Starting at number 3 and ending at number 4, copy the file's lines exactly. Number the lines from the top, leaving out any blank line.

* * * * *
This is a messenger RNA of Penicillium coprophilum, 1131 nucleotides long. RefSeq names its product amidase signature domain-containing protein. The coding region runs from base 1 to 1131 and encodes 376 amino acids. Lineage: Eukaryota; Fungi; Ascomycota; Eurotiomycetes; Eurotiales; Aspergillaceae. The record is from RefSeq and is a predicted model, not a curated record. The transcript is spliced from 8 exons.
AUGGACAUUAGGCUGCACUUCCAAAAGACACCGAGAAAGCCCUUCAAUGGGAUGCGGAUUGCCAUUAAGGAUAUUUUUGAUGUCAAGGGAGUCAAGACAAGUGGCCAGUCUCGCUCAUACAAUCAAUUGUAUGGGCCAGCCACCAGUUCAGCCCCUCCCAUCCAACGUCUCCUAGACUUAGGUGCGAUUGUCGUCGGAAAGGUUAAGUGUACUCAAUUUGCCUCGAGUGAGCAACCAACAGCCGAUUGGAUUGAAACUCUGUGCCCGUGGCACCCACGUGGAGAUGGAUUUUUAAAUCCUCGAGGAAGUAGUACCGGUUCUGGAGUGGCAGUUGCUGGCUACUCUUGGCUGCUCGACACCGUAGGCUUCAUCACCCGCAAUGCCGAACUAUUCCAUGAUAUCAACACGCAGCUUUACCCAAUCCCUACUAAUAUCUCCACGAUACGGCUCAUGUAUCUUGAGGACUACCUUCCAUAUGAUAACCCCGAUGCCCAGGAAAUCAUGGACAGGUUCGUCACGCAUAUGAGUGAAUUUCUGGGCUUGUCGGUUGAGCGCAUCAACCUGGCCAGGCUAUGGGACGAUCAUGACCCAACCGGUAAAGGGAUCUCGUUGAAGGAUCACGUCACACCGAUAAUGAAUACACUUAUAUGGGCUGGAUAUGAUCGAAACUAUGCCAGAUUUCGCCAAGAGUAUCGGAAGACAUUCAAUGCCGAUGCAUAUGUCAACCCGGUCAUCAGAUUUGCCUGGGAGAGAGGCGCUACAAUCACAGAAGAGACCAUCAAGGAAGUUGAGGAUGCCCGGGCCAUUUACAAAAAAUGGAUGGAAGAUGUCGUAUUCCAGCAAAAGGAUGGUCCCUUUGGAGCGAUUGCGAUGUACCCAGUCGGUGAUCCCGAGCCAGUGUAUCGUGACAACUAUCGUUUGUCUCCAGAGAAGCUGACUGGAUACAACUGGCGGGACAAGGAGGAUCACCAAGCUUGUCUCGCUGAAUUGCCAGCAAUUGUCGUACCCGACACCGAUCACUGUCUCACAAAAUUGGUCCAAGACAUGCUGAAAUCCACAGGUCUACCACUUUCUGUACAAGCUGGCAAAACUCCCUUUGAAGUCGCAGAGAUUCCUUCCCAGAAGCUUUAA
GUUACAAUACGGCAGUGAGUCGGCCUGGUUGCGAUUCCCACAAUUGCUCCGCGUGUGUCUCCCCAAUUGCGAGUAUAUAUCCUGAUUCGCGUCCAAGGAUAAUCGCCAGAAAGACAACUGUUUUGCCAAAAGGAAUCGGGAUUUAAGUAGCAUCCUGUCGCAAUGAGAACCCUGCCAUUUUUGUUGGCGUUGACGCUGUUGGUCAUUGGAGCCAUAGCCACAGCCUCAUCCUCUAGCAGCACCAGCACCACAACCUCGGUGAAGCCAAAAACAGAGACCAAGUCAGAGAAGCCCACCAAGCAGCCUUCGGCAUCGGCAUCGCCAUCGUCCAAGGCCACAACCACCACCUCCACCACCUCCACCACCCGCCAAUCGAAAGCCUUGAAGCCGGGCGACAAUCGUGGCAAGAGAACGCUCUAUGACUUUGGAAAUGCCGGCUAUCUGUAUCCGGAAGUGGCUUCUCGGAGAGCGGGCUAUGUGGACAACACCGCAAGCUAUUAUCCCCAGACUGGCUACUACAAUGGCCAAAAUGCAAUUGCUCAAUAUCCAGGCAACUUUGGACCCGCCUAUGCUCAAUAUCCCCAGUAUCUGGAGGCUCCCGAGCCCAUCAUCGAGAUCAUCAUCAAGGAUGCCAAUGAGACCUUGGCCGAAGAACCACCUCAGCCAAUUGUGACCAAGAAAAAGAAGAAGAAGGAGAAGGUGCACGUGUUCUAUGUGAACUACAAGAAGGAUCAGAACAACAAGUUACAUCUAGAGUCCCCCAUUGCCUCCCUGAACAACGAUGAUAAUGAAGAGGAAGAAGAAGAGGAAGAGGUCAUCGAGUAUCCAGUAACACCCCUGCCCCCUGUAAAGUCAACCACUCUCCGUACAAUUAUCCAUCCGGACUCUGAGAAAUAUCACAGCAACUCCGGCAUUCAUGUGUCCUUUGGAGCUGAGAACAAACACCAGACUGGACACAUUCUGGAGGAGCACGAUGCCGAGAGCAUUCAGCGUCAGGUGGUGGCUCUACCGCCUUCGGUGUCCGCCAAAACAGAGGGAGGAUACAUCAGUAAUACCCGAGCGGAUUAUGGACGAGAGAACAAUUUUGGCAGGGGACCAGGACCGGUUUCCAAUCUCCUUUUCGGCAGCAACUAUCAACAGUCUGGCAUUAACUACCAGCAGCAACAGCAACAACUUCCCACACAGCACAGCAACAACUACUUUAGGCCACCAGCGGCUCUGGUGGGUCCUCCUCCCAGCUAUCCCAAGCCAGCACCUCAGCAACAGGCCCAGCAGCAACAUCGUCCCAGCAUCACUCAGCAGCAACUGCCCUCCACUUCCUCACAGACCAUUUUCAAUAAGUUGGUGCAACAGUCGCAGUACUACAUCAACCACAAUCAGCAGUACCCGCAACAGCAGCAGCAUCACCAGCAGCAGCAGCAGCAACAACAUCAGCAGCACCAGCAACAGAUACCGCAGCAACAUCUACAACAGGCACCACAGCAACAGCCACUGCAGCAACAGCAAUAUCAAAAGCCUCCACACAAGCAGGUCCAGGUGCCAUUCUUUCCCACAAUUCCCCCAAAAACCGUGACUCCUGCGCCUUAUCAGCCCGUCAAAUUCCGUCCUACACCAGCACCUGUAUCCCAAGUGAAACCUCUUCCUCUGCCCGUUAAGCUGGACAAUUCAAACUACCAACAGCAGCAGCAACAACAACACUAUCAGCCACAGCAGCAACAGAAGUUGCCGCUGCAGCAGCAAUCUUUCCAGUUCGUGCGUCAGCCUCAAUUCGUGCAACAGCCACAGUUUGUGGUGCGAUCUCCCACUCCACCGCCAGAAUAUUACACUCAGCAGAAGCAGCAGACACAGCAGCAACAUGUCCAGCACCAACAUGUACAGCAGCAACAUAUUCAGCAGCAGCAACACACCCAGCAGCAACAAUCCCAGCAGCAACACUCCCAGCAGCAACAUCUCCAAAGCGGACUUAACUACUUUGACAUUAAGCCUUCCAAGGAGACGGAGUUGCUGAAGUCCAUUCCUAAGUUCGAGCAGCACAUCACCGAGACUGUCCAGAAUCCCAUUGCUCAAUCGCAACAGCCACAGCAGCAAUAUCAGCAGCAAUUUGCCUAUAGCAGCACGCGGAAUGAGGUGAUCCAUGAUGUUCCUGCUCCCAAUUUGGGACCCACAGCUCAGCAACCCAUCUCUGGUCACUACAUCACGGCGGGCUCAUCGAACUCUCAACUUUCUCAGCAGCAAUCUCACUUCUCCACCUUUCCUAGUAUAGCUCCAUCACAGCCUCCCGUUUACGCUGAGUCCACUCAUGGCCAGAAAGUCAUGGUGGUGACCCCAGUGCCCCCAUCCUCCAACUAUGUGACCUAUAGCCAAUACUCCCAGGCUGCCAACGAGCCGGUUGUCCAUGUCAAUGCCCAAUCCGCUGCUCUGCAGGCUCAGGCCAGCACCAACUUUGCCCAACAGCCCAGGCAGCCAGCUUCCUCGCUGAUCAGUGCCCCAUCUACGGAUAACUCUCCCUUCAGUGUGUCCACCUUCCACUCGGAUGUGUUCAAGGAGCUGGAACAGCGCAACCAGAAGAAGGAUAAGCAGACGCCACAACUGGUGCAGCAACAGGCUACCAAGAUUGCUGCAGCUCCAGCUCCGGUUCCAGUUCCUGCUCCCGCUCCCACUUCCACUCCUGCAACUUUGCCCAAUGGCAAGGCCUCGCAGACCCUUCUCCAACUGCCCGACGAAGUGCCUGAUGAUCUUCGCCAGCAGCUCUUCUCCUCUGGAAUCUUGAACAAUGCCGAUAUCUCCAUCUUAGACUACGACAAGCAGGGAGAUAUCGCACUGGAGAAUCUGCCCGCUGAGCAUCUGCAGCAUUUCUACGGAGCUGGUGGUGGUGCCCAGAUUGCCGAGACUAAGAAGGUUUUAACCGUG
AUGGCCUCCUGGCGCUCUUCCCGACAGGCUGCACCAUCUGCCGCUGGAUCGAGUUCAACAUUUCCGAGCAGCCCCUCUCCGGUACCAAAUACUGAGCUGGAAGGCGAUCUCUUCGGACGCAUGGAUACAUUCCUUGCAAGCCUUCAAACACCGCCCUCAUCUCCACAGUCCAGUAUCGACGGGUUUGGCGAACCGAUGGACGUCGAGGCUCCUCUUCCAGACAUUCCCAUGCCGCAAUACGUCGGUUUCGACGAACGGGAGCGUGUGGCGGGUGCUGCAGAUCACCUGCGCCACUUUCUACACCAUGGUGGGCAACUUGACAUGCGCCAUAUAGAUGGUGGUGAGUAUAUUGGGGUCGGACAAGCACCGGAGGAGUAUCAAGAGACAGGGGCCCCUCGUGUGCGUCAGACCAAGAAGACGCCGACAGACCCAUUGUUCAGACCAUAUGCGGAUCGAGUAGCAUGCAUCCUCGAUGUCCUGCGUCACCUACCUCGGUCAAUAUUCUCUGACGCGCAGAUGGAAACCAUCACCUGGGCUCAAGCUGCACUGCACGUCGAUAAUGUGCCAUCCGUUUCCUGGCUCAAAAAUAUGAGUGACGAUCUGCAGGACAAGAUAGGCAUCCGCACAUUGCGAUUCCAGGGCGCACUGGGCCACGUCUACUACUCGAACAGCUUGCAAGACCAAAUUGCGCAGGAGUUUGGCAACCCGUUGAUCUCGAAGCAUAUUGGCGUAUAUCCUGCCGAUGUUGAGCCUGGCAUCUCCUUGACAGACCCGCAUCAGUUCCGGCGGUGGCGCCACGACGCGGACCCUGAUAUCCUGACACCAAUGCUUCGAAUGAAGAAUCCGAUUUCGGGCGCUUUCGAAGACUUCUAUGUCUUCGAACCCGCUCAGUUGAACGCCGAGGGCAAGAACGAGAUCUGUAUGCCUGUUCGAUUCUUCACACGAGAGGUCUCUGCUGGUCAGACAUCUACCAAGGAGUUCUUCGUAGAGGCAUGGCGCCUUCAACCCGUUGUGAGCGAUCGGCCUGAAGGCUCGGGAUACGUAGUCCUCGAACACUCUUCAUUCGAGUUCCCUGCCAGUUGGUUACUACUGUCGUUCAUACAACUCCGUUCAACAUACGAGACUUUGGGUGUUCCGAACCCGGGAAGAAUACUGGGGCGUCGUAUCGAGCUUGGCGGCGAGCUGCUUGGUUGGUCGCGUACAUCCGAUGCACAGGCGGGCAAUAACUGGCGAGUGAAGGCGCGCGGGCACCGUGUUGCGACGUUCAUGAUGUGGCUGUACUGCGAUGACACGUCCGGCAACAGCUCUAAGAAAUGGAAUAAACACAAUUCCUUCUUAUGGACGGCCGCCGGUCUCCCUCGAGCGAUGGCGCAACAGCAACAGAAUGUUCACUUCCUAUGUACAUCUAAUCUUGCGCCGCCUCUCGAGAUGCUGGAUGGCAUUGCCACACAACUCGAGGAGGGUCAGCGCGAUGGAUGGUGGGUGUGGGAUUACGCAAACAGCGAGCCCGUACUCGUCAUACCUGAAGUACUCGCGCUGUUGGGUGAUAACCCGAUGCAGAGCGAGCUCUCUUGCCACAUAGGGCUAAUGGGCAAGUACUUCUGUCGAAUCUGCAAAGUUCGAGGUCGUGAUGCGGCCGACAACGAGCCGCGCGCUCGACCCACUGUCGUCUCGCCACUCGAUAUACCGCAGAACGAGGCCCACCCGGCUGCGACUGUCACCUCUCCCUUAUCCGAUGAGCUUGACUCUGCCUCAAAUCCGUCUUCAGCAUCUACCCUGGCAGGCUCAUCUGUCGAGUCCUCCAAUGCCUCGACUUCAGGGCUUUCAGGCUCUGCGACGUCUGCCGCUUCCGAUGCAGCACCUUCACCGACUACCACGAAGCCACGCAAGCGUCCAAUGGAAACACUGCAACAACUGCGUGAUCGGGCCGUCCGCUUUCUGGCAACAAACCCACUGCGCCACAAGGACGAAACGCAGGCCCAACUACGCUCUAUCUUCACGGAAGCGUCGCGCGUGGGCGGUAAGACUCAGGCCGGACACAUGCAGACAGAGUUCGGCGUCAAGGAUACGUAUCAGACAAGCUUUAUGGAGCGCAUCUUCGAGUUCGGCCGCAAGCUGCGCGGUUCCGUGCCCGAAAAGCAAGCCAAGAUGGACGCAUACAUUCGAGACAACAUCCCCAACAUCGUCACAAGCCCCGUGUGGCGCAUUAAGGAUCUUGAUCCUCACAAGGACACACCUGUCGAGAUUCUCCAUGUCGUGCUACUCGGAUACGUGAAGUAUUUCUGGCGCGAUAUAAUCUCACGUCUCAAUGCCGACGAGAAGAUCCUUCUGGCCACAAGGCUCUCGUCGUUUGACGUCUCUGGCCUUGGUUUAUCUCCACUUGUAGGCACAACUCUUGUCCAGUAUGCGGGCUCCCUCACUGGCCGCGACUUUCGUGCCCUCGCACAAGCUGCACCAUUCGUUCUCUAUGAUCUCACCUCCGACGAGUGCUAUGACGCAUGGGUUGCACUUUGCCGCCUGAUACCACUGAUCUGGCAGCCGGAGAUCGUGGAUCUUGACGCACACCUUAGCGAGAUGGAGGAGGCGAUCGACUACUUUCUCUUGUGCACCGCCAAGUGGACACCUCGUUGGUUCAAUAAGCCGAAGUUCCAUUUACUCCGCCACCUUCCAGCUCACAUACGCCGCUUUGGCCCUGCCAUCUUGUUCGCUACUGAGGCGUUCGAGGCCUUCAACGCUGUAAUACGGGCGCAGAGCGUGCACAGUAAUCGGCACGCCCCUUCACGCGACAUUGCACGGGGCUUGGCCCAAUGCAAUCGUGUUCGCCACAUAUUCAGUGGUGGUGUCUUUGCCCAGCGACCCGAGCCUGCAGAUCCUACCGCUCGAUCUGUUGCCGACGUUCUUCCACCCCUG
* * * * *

GUUACAAUACGGCAGUGAGUCGGCCUGGUUGCGAUUCCCACAAUUGCUCCGCGUGUGUCUCCCCAAUUGCGAGUAUAUAUCCUGAUUCGCGUCCAAGGAUAAUCGCCAGAAAGACAACUGUUUUGCCAAAAGGAAUCGGGAUUUAAGUAGCAUCCUGUCGCAAUGAGAACCCUGCCAUUUUUGUUGGCGUUGACGCUGUUGGUCAUUGGAGCCAUAGCCACAGCCUCAUCCUCUAGCAGCACCAGCACCACAACCUCGGUGAAGCCAAAAACAGAGACCAAGUCAGAGAAGCCCACCAAGCAGCCUUCGGCAUCGGCAUCGCCAUCGUCCAAGGCCACAACCACCACCUCCACCACCUCCACCACCCGCCAAUCGAAAGCCUUGAAGCCGGGCGACAAUCGUGGCAAGAGAACGCUCUAUGACUUUGGAAAUGCCGGCUAUCUGUAUCCGGAAGUGGCUUCUCGGAGAGCGGGCUAUGUGGACAACACCGCAAGCUAUUAUCCCCAGACUGGCUACUACAAUGGCCAAAAUGCAAUUGCUCAAUAUCCAGGCAACUUUGGACCCGCCUAUGCUCAAUAUCCCCAGUAUCUGGAGGCUCCCGAGCCCAUCAUCGAGAUCAUCAUCAAGGAUGCCAAUGAGACCUUGGCCGAAGAACCACCUCAGCCAAUUGUGACCAAGAAAAAGAAGAAGAAGGAGAAGGUGCACGUGUUCUAUGUGAACUACAAGAAGGAUCAGAACAACAAGUUACAUCUAGAGUCCCCCAUUGCCUCCCUGAACAACGAUGAUAAUGAAGAGGAAGAAGAAGAGGAAGAGGUCAUCGAGUAUCCAGUAACACCCCUGCCCCCUGUAAAGUCAACCACUCUCCGUACAAUUAUCCAUCCGGACUCUGAGAAAUAUCACAGCAACUCCGGCAUUCAUGUGUCCUUUGGAGCUGAGAACAAACACCAGACUGGACACAUUCUGGAGGAGCACGAUGCCGAGAGCAUUCAGCGUCAGGUGGUGGCUCUACCGCCUUCGGUGUCCGCCAAAACAGAGGGAGGAUACAUCAGUAAUACCCGAGCGGAUUAUGGACGAGAGAACAAUUUUGGCAGGGGACCAGGACCGGUUUCCAAUCUCCUUUUCGGCAGCAACUAUCAACAGUCUGGCAUUAACUACCAGCAGCAACAGCAACAACUUCCCACACAGCACAGCAACAACUACUUUAGGCCACCAGCGGCUCUGGUGGGUCCUCCUCCCAGCUAUCCCAAGCCAGCACCUCAGCAACAGGCCCAGCAGCAACAUCGUCCCAGCAUCACUCAGCAGCAACUGCCCUCCACUUCCUCACAGACCAUUUUCAAUAAGUUGGUGCAACAGUCGCAGUACUACAUCAACCACAAUCAGCAGUACCCGCAACAGCAGCAGCAUCACCAGCAGCAGCAGCAGCAACAACAUCAGCAGCACCAGCAACAGAUACCGCAGCAACAUCUACAACAGGCACCACAGCAACAGCCACUGCAGCAACAGCAAUAUCAAAAGCCUCCACACAAGCAGGUCCAGGUGCCAUUCUUUCCCACAAUUCCCCCAAAAACCGUGACUCCUGCGCCUUAUCAGCCCGUCAAAUUCCGUCCUACACCAGCACCUGUAUCCCAAGUGAAACCUCUUCCUCUGCCCGUUAAGCUGGACAAUUCAAACUACCAACAGCAGCAGCAACAACAACACUAUCAGCCACAGCAGCAACAGAAGUUGCCGCUGCAGCAGCAAUCUUUCCAGUUCGUGCGUCAGCCUCAAUUCGUGCAACAGCCACAGUUUGUGGUGCGAUCUCCCACUCCACCGCCAGAAUAUUACACUCAGCAGAAGCAGCAGACACAGCAGCAACAUGUCCAGCACCAACAUGUACAGCAGCAACAUAUUCAGCAGCAGCAACACACCCAGCAGCAACAAUCCCAGCAGCAACACUCCCAGCAGCAACAUCUCCAAAGCGGACUUAACUACUUUGACAUUAAGCCUUCCAAGGAGACGGAGUUGCUGAAGUCCAUUCCUAAGUUCGAGCAGCACAUCACCGAGACUGUCCAGAAUCCCAUUGCUCAAUCGCAACAGCCACAGCAGCAAUAUCAGCAGCAAUUUGCCUAUAGCAGCACGCGGAAUGAGGUGAUCCAUGAUGUUCCUGCUCCCAAUUUGGGACCCACAGCUCAGCAACCCAUCUCUGGUCACUACAUCACGGCGGGCUCAUCGAACUCUCAACUUUCUCAGCAGCAAUCUCACUUCUCCACCUUUCCUAGUAUAGCUCCAUCACAGCCUCCCGUUUACGCUGAGUCCACUCAUGGCCAGAAAGUCAUGGUGGUGACCCCAGUGCCCCCAUCCUCCAACUAUGUGACCUAUAGCCAAUACUCCCAGGCUGCCAACGAGCCGGUUGUCCAUGUCAAUGCCCAAUCCGCUGCUCUGCAGGCUCAGGCCAGCACCAACUUUGCCCAACAGCCCAGGCAGCCAGCUUCCUCGCUGAUCAGUGCCCCAUCUACGGAUAACUCUCCCUUCAGUGUGUCCACCUUCCACUCGGAUGUGUUCAAGGAGCUGGAACAGCGCAACCAGAAGAAGGAUAAGCAGACGCCACAACUGGUGCAGCAACAGGCUACCAAGAUUGCUGCAGCUCCAGCUCCGGUUCCAGUUCCUGCUCCCGCUCCCACUUCCACUCCUGCAACUUUGCCCAAUGGCAAGGCCUCGCAGACCCUUCUCCAACUGCCCGACGAAGUGCCUGAUGAUCUUCGCCAGCAGCUCUUCUCCUCUGGAAUCUUGAACAAUGCCGAUAUCUCCAUCUUAGACUACGACAAGCAGGGAGAUAUCGCACUGGAGAAUCUGCCCGCUGAGCAUCUGCAGCAUUUCUACGGAGCUGGUGGUGGUGCCCAGAUUGCCGAGACUAAGAAGGUUUUAACCGUG
AUGGCCUCCUGGCGCUCUUCCCGACAGGCUGCACCAUCUGCCGCUGGAUCGAGUUCAACAUUUCCGAGCAGCCCCUCUCCGGUACCAAAUACUGAGCUGGAAGGCGAUCUCUUCGGACGCAUGGAUACAUUCCUUGCAAGCCUUCAAACACCGCCCUCAUCUCCACAGUCCAGUAUCGACGGGUUUGGCGAACCGAUGGACGUCGAGGCUCCUCUUCCAGACAUUCCCAUGCCGCAAUACGUCGGUUUCGACGAACGGGAGCGUGUGGCGGGUGCUGCAGAUCACCUGCGCCACUUUCUACACCAUGGUGGGCAACUUGACAUGCGCCAUAUAGAUGGUGGUGAGUAUAUUGGGGUCGGACAAGCACCGGAGGAGUAUCAAGAGACAGGGGCCCCUCGUGUGCGUCAGACCAAGAAGACGCCGACAGACCCAUUGUUCAGACCAUAUGCGGAUCGAGUAGCAUGCAUCCUCGAUGUCCUGCGUCACCUACCUCGGUCAAUAUUCUCUGACGCGCAGAUGGAAACCAUCACCUGGGCUCAAGCUGCACUGCACGUCGAUAAUGUGCCAUCCGUUUCCUGGCUCAAAAAUAUGAGUGACGAUCUGCAGGACAAGAUAGGCAUCCGCACAUUGCGAUUCCAGGGCGCACUGGGCCACGUCUACUACUCGAACAGCUUGCAAGACCAAAUUGCGCAGGAGUUUGGCAACCCGUUGAUCUCGAAGCAUAUUGGCGUAUAUCCUGCCGAUGUUGAGCCUGGCAUCUCCUUGACAGACCCGCAUCAGUUCCGGCGGUGGCGCCACGACGCGGACCCUGAUAUCCUGACACCAAUGCUUCGAAUGAAGAAUCCGAUUUCGGGCGCUUUCGAAGACUUCUAUGUCUUCGAACCCGCUCAGUUGAACGCCGAGGGCAAGAACGAGAUCUGUAUGCCUGUUCGAUUCUUCACACGAGAGGUCUCUGCUGGUCAGACAUCUACCAAGGAGUUCUUCGUAGAGGCAUGGCGCCUUCAACCCGUUGUGAGCGAUCGGCCUGAAGGCUCGGGAUACGUAGUCCUCGAACACUCUUCAUUCGAGUUCCCUGCCAGUUGGUUACUACUGUCGUUCAUACAACUCCGUUCAACAUACGAGACUUUGGGUGUUCCGAACCCGGGAAGAAUACUGGGGCGUCGUAUCGAGCUUGGCGGCGAGCUGCUUGGUUGGUCGCGUACAUCCGAUGCACAGGCGGGCAAUAACUGGCGAGUGAAGGCGCGCGGGCACCGUGUUGCGACGUUCAUGAUGUGGCUGUACUGCGAUGACACGUCCGGCAACAGCUCUAAGAAAUGGAAUAAACACAAUUCCUUCUUAUGGACGGCCGCCGGUCUCCCUCGAGCGAUGGCGCAACAGCAACAGAAUGUUCACUUCCUAUGUACAUCUAAUCUUGCGCCGCCUCUCGAGAUGCUGGAUGGCAUUGCCACACAACUCGAGGAGGGUCAGCGCGAUGGAUGGUGGGUGUGGGAUUACGCAAACAGCGAGCCCGUACUCGUCAUACCUGAAGUACUCGCGCUGUUGGGUGAUAACCCGAUGCAGAGCGAGCUCUCUUGCCACAUAGGGCUAAUGGGCAAGUACUUCUGUCGAAUCUGCAAAGUUCGAGGUCGUGAUGCGGCCGACAACGAGCCGCGCGCUCGACCCACUGUCGUCUCGCCACUCGAUAUACCGCAGAACGAGGCCCACCCGGCUGCGACUGUCACCUCUCCCUUAUCCGAUGAGCUUGACUCUGCCUCAAAUCCGUCUUCAGCAUCUACCCUGGCAGGCUCAUCUGUCGAGUCCUCCAAUGCCUCGACUUCAGGGCUUUCAGGCUCUGCGACGUCUGCCGCUUCCGAUGCAGCACCUUCACCGACUACCACGAAGCCACGCAAGCGUCCAAUGGAAACACUGCAACAACUGCGUGAUCGGGCCGUCCGCUUUCUGGCAACAAACCCACUGCGCCACAAGGACGAAACGCAGGCCCAACUACGCUCUAUCUUCACGGAAGCGUCGCGCGUGGGCGGUAAGACUCAGGCCGGACACAUGCAGACAGAGUUCGGCGUCAAGGAUACGUAUCAGACAAGCUUUAUGGAGCGCAUCUUCGAGUUCGGCCGCAAGCUGCGCGGUUCCGUGCCCGAAAAGCAAGCCAAGAUGGACGCAUACAUUCGAGACAACAUCCCCAACAUCGUCACAAGCCCCGUGUGGCGCAUUAAGGAUCUUGAUCCUCACAAGGACACACCUGUCGAGAUUCUCCAUGUCGUGCUACUCGGAUACGUGAAGUAUUUCUGGCGCGAUAUAAUCUCACGUCUCAAUGCCGACGAGAAGAUCCUUCUGGCCACAAGGCUCUCGUCGUUUGACGUCUCUGGCCUUGGUUUAUCUCCACUUGUAGGCACAACUCUUGUCCAGUAUGCGGGCUCCCUCACUGGCCGCGACUUUCGUGCCCUCGCACAAGCUGCACCAUUCGUUCUCUAUGAUCUCACCUCCGACGAGUGCUAUGACGCAUGGGUUGCACUUUGCCGCCUGAUACCACUGAUCUGGCAGCCGGAGAUCGUGGAUCUUGACGCACACCUUAGCGAGAUGGAGGAGGCGAUCGACUACUUUCUCUUGUGCACCGCCAAGUGGACACCUCGUUGGUUCAAUAAGCCGAAGUUCCAUUUACUCCGCCACCUUCCAGCUCACAUACGCCGCUUUGGCCCUGCCAUCUUGUUCGCUACUGAGGCGUUCGAGGCCUUCAACGCUGUAAUACGGGCGCAGAGCGUGCACAGUAAUCGGCACGCCCCUUCACGCGACAUUGCACGGGGCUUGGCCCAAUGCAAUCGUGUUCGCCACAUAUUCAGUGGUGGUGUCUUUGCCCAGCGACCCGAGCCUGCAGAUCCUACCGCUCGAUCUGUUGCCGACGUUCUUCCACCCCUG